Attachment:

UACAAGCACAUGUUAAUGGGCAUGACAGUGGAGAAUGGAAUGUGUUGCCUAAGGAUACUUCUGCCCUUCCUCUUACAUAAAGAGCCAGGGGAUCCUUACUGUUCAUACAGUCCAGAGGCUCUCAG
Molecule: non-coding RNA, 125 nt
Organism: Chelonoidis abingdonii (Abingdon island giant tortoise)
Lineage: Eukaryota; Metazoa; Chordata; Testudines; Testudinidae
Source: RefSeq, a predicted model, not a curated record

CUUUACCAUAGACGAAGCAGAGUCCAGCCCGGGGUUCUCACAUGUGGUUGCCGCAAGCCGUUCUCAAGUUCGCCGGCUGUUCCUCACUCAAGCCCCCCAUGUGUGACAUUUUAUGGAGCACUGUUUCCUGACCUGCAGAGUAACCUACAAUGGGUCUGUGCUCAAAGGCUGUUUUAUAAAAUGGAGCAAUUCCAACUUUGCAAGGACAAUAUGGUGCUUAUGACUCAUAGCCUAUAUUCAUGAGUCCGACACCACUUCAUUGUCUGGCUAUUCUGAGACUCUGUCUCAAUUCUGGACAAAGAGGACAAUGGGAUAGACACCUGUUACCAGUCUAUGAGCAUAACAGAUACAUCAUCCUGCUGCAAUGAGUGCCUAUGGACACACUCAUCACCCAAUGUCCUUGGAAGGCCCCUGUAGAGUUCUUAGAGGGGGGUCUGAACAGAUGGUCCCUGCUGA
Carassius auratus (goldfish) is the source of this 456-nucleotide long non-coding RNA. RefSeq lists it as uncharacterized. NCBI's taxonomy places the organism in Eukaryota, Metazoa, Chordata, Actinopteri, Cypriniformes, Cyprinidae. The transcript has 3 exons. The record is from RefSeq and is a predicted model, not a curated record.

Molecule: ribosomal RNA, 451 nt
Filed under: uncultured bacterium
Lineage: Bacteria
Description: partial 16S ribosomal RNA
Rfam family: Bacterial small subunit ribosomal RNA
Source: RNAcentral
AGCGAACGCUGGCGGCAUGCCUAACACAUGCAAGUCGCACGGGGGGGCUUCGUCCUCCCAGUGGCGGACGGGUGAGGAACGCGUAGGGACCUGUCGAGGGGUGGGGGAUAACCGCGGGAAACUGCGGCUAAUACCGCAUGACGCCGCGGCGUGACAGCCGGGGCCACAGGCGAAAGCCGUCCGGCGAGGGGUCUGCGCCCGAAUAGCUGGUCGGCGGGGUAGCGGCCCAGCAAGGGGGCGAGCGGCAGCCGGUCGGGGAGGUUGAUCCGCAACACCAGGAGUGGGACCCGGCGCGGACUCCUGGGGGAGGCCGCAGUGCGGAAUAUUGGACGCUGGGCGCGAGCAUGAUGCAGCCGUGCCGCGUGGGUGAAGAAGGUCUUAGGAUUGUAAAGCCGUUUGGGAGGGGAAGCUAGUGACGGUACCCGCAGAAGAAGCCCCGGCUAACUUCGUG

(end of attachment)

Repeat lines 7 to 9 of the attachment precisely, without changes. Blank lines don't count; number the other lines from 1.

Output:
Carassius auratus (goldfish) is the source of this 456-nucleotide long non-coding RNA. RefSeq lists it as uncharacterized. NCBI's taxonomy places the organism in Eukaryota, Metazoa, Chordata, Actinopteri, Cypriniformes, Cyprinidae. The transcript has 3 exons. The record is from RefSeq and is a predicted model, not a curated record.

Molecule: ribosomal RNA, 451 nt
Filed under: uncultured bacterium